Matthew Zsebik wrote:
Does a website like that have a big impact on the Aikido world?
I've seen people work the internet to sell themselves and then their wares but does it really make a difference?
It's kinda hard to tell from my vantage point.
On initial reading, I would have to say no. I based that in this particular case on the fact that AJ, a large and popular website, is currently mostly in English (although there is a concerted effort to change this on a daily basis) and it is predominantly read here in America. Of course, I don't have any website statistics to prove that, but any evidence to the contrary would only go towards proving my counter thoughts, which are as follows:
When I think about it and extend the consideration of your question out into the future I find that the answer is a resounding YES! Yes, a website can have a considerable measurable effect on the community which it serves. I have already stated, when you have a group with their own particular bent on the facts take that information and put it out in many of the world's major languages through an easily available media to a targeted audience there is bound to be an astounding effect. Certainly it can't be discounted as a probability.
If we take this basic premise and extend it out in time we can predict a disturbing trend. Metaphorically speaking, (and please allow me the literary latitude) that the actions of the zealot of today are only outdone by the actions of the son of the zealot tomorrow. Okay those are broad strokes. In no way do I mean to paint everyone with the same brush. There are obviously more people who read things on a website with a grain of salt, than who do not. However, there are those who defend the opinions they read on a website, and they will do so to the day they die. Of course, to do so is their right. However, they haven't done any of their own research. It is therefore safe to say that their entire thinking is based upon the words of others - others with agendas and motives not known by reader. It is these people that I refer here to as zealots, and solely in this case, Aikido zealots. That doesn't mean that I don't also see them as real fine people. Just as with friends of mine whose politics I question, they are simply real fine people with whom I happen to disagree.
As we continue to extend this out into the future, we can agree that many of these same individuals are now or will eventually become Aikido instructors. In such a case they will be in positions of authority while holding opinions based upon information they once read on a website that they now have come to believe as aikido fact. They will pass these aikido opinions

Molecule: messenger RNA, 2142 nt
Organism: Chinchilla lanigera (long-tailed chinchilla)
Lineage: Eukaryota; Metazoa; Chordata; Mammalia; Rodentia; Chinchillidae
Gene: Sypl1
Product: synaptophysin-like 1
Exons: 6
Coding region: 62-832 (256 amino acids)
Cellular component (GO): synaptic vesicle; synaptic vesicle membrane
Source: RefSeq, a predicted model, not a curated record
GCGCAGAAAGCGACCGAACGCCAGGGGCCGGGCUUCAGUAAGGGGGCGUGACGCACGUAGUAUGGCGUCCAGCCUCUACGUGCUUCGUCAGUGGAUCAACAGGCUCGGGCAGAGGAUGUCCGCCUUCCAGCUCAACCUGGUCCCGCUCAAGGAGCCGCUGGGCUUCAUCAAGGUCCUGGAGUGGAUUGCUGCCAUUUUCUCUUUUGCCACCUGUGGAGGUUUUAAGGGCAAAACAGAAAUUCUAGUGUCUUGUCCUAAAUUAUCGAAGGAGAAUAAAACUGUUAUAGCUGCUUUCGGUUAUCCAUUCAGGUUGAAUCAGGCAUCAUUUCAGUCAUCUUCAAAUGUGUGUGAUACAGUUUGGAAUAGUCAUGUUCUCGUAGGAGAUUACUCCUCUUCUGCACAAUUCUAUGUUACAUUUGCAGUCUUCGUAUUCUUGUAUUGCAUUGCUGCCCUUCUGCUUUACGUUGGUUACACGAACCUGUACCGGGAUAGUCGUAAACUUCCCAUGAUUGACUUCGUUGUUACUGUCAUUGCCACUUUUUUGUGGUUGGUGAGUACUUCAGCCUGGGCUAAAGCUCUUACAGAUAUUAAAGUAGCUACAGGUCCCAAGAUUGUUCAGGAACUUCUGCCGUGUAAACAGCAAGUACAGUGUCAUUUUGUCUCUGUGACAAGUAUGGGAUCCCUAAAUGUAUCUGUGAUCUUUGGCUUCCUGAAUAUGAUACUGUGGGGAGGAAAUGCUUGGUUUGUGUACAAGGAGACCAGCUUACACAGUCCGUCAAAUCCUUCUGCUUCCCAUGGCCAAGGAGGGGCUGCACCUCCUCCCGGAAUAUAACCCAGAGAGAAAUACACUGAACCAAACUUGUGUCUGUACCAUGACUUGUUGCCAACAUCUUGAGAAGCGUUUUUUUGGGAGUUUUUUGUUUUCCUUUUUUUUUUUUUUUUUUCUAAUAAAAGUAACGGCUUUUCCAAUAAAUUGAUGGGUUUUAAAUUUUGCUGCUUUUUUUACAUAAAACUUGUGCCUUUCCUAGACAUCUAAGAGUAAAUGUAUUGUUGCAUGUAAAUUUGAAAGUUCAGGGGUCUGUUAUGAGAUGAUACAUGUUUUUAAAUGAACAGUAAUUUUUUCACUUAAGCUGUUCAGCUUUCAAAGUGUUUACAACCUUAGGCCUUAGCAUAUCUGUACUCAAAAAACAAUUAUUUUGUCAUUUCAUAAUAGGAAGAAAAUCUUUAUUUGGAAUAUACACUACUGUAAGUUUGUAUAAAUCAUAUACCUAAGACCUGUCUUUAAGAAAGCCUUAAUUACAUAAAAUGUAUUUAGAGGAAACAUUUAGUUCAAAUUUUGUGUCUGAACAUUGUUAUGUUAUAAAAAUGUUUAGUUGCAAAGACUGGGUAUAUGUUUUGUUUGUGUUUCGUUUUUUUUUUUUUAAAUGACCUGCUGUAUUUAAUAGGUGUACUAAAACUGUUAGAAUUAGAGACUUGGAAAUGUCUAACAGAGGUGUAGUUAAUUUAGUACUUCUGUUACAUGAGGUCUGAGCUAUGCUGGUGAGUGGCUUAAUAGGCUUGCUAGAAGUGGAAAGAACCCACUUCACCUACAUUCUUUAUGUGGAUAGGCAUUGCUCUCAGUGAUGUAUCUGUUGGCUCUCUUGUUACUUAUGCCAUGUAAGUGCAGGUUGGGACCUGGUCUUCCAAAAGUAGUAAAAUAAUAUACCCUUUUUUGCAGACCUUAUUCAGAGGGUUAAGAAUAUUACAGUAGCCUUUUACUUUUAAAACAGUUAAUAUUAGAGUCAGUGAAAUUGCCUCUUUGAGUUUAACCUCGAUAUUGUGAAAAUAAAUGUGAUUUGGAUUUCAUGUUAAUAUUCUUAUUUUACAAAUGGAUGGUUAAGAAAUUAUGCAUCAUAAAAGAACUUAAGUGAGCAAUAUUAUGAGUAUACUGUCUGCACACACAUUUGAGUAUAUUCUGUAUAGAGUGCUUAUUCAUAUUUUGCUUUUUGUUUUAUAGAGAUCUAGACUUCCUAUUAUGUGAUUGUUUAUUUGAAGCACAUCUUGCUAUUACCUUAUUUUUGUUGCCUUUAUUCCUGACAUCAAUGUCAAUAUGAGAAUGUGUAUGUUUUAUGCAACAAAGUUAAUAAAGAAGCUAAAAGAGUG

to their students as aikido facts
, and in turn, when these students become teachers they will do the same, and so on down the line until we get unquestionable aikido truth
. We have the benefit of being close in time to the life of the Founder. However, one hundred years from now there will not be such a benefit, and so the stories that are carried forward will become canon, true or not. I have already observed many irrational cases of this, but that is not what this thread is about, so I will leave that for another time.
It is also predictable that many of these teachers or those that will become teachers will travel, move and settle in other countries, thus seeding the process in other countries. There are already many instructors from the United States that travel extensively in Europe, the Middle East, Africa, and (gasp) even Japan.
I think it fair that one should not just criticize, as that is the easy part and does not (necessarily) take substantial thinking, merely an emotional verbal regurgitation. I have proposed that with Aikido Journal that they step up and step out from behind the controversy of what some would say is an apparent biased stating of the history of Aikido, one based partially on the economic recovery possible by supporting one group over another. I am not the first, nor the only one to say this.
I offer that by becoming a non-profit organization where there is no private ownership of the archival and documentary materials of the Founder and his direct Uchi-Deshi that the Aikido community would be better served. That does not take away who gets the credit for bringing these materials to light. It also does not take away the possibility of those same individuals being paid in some capacity to manage the materials. What it does is give the process some oversight by a board of directors who answer to a higher authority, so to speak. More importantly it would give a level of transparency so that the Aikido community can feel confident that what they are seeing, reading, etc. is not being manipulated in any way. I envision a Museum where people can go and see these materials for themselves. They would have the opportunity to examine these materials with their own eyes and make up their own minds as to what to think. I believe that these materials should be kept separate from the academics whose theories put forth their own opinions about how we should view these materials, academics that have a stake in publishing their findings in the for-profit world. Not that those theories are unimportant in their own right, just that they should be kept separate.
In any case these are just my thoughts, opinions and ideas on the matter. Mashu
since you asked the question what are your thoughts on the matter?